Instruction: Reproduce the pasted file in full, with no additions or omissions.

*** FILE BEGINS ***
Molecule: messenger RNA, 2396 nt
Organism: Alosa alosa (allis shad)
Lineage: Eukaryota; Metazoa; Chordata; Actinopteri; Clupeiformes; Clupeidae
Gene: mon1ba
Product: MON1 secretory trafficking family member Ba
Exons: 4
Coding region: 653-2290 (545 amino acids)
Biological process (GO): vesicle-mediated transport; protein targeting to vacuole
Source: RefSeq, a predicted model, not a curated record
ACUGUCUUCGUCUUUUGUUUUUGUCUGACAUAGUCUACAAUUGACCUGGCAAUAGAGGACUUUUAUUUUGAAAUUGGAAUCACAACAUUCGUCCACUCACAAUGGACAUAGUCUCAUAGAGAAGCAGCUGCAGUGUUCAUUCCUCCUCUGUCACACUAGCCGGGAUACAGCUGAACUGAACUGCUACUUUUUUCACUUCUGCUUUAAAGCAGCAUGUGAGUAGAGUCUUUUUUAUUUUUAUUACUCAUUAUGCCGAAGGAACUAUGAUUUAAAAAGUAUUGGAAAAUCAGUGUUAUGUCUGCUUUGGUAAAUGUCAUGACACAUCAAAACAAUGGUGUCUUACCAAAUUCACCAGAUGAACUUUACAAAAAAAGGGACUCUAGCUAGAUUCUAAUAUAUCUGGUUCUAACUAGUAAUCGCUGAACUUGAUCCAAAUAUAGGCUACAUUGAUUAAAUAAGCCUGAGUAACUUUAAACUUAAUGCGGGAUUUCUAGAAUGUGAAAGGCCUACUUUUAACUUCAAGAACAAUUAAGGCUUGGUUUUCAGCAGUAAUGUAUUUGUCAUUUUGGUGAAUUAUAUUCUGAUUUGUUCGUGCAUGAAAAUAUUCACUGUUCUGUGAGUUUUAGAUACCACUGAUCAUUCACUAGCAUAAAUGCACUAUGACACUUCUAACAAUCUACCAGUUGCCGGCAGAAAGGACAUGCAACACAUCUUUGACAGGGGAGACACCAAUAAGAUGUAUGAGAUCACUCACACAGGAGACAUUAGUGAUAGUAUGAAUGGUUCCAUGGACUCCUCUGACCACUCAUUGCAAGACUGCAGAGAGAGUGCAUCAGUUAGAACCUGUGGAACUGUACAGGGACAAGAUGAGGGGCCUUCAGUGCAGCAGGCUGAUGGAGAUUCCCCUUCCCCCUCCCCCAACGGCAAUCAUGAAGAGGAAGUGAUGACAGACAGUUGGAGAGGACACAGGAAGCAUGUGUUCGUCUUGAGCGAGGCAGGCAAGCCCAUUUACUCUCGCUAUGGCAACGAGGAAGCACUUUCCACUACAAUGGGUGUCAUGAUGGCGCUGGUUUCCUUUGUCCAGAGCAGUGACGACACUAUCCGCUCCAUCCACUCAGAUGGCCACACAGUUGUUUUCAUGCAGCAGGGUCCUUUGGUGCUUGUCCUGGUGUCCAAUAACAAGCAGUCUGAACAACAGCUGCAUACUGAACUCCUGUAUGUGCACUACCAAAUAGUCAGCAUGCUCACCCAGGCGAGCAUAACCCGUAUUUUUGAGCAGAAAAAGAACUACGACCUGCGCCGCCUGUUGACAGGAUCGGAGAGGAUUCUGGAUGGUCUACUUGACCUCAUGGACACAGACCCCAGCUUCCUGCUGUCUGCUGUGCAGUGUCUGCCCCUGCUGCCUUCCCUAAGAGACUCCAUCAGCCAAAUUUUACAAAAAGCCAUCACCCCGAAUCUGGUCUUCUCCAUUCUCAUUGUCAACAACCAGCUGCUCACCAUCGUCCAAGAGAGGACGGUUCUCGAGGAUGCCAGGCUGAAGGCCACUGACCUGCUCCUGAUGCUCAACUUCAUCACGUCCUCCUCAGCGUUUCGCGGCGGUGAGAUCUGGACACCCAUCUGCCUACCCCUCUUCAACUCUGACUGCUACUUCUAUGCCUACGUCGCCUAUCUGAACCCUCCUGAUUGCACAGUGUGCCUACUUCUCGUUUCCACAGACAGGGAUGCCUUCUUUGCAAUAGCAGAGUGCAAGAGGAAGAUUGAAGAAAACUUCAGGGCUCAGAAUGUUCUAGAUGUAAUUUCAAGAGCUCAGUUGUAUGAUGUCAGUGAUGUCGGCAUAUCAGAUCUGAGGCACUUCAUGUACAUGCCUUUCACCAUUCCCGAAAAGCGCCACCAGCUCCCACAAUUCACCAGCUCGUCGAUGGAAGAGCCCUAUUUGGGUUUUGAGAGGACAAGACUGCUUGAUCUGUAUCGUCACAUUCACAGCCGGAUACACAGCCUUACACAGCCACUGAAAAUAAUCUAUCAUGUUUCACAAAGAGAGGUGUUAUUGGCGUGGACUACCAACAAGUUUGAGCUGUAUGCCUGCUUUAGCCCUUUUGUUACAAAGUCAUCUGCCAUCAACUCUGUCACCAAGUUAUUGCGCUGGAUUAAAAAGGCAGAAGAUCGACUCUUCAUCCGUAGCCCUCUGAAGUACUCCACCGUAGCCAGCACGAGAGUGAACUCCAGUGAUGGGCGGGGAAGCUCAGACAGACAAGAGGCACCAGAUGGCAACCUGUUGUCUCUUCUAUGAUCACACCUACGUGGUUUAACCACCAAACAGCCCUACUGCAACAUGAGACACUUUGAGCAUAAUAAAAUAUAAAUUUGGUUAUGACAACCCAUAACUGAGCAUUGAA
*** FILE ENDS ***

Molecule: messenger RNA, 2396 nt
Organism: Alosa alosa (allis shad)
Lineage: Eukaryota; Metazoa; Chordata; Actinopteri; Clupeiformes; Clupeidae
Gene: mon1ba
Product: MON1 secretory trafficking family member Ba
Exons: 4
Coding region: 653-2290 (545 amino acids)
Biological process (GO): vesicle-mediated transport; protein targeting to vacuole
Source: RefSeq, a predicted model, not a curated record
ACUGUCUUCGUCUUUUGUUUUUGUCUGACAUAGUCUACAAUUGACCUGGCAAUAGAGGACUUUUAUUUUGAAAUUGGAAUCACAACAUUCGUCCACUCACAAUGGACAUAGUCUCAUAGAGAAGCAGCUGCAGUGUUCAUUCCUCCUCUGUCACACUAGCCGGGAUACAGCUGAACUGAACUGCUACUUUUUUCACUUCUGCUUUAAAGCAGCAUGUGAGUAGAGUCUUUUUUAUUUUUAUUACUCAUUAUGCCGAAGGAACUAUGAUUUAAAAAGUAUUGGAAAAUCAGUGUUAUGUCUGCUUUGGUAAAUGUCAUGACACAUCAAAACAAUGGUGUCUUACCAAAUUCACCAGAUGAACUUUACAAAAAAAGGGACUCUAGCUAGAUUCUAAUAUAUCUGGUUCUAACUAGUAAUCGCUGAACUUGAUCCAAAUAUAGGCUACAUUGAUUAAAUAAGCCUGAGUAACUUUAAACUUAAUGCGGGAUUUCUAGAAUGUGAAAGGCCUACUUUUAACUUCAAGAACAAUUAAGGCUUGGUUUUCAGCAGUAAUGUAUUUGUCAUUUUGGUGAAUUAUAUUCUGAUUUGUUCGUGCAUGAAAAUAUUCACUGUUCUGUGAGUUUUAGAUACCACUGAUCAUUCACUAGCAUAAAUGCACUAUGACACUUCUAACAAUCUACCAGUUGCCGGCAGAAAGGACAUGCAACACAUCUUUGACAGGGGAGACACCAAUAAGAUGUAUGAGAUCACUCACACAGGAGACAUUAGUGAUAGUAUGAAUGGUUCCAUGGACUCCUCUGACCACUCAUUGCAAGACUGCAGAGAGAGUGCAUCAGUUAGAACCUGUGGAACUGUACAGGGACAAGAUGAGGGGCCUUCAGUGCAGCAGGCUGAUGGAGAUUCCCCUUCCCCCUCCCCCAACGGCAAUCAUGAAGAGGAAGUGAUGACAGACAGUUGGAGAGGACACAGGAAGCAUGUGUUCGUCUUGAGCGAGGCAGGCAAGCCCAUUUACUCUCGCUAUGGCAACGAGGAAGCACUUUCCACUACAAUGGGUGUCAUGAUGGCGCUGGUUUCCUUUGUCCAGAGCAGUGACGACACUAUCCGCUCCAUCCACUCAGAUGGCCACACAGUUGUUUUCAUGCAGCAGGGUCCUUUGGUGCUUGUCCUGGUGUCCAAUAACAAGCAGUCUGAACAACAGCUGCAUACUGAACUCCUGUAUGUGCACUACCAAAUAGUCAGCAUGCUCACCCAGGCGAGCAUAACCCGUAUUUUUGAGCAGAAAAAGAACUACGACCUGCGCCGCCUGUUGACAGGAUCGGAGAGGAUUCUGGAUGGUCUACUUGACCUCAUGGACACAGACCCCAGCUUCCUGCUGUCUGCUGUGCAGUGUCUGCCCCUGCUGCCUUCCCUAAGAGACUCCAUCAGCCAAAUUUUACAAAAAGCCAUCACCCCGAAUCUGGUCUUCUCCAUUCUCAUUGUCAACAACCAGCUGCUCACCAUCGUCCAAGAGAGGACGGUUCUCGAGGAUGCCAGGCUGAAGGCCACUGACCUGCUCCUGAUGCUCAACUUCAUCACGUCCUCCUCAGCGUUUCGCGGCGGUGAGAUCUGGACACCCAUCUGCCUACCCCUCUUCAACUCUGACUGCUACUUCUAUGCCUACGUCGCCUAUCUGAACCCUCCUGAUUGCACAGUGUGCCUACUUCUCGUUUCCACAGACAGGGAUGCCUUCUUUGCAAUAGCAGAGUGCAAGAGGAAGAUUGAAGAAAACUUCAGGGCUCAGAAUGUUCUAGAUGUAAUUUCAAGAGCUCAGUUGUAUGAUGUCAGUGAUGUCGGCAUAUCAGAUCUGAGGCACUUCAUGUACAUGCCUUUCACCAUUCCCGAAAAGCGCCACCAGCUCCCACAAUUCACCAGCUCGUCGAUGGAAGAGCCCUAUUUGGGUUUUGAGAGGACAAGACUGCUUGAUCUGUAUCGUCACAUUCACAGCCGGAUACACAGCCUUACACAGCCACUGAAAAUAAUCUAUCAUGUUUCACAAAGAGAGGUGUUAUUGGCGUGGACUACCAACAAGUUUGAGCUGUAUGCCUGCUUUAGCCCUUUUGUUACAAAGUCAUCUGCCAUCAACUCUGUCACCAAGUUAUUGCGCUGGAUUAAAAAGGCAGAAGAUCGACUCUUCAUCCGUAGCCCUCUGAAGUACUCCACCGUAGCCAGCACGAGAGUGAACUCCAGUGAUGGGCGGGGAAGCUCAGACAGACAAGAGGCACCAGAUGGCAACCUGUUGUCUCUUCUAUGAUCACACCUACGUGGUUUAACCACCAAACAGCCCUACUGCAACAUGAGACACUUUGAGCAUAAUAAAAUAUAAAUUUGGUUAUGACAACCCAUAACUGAGCAUUGAA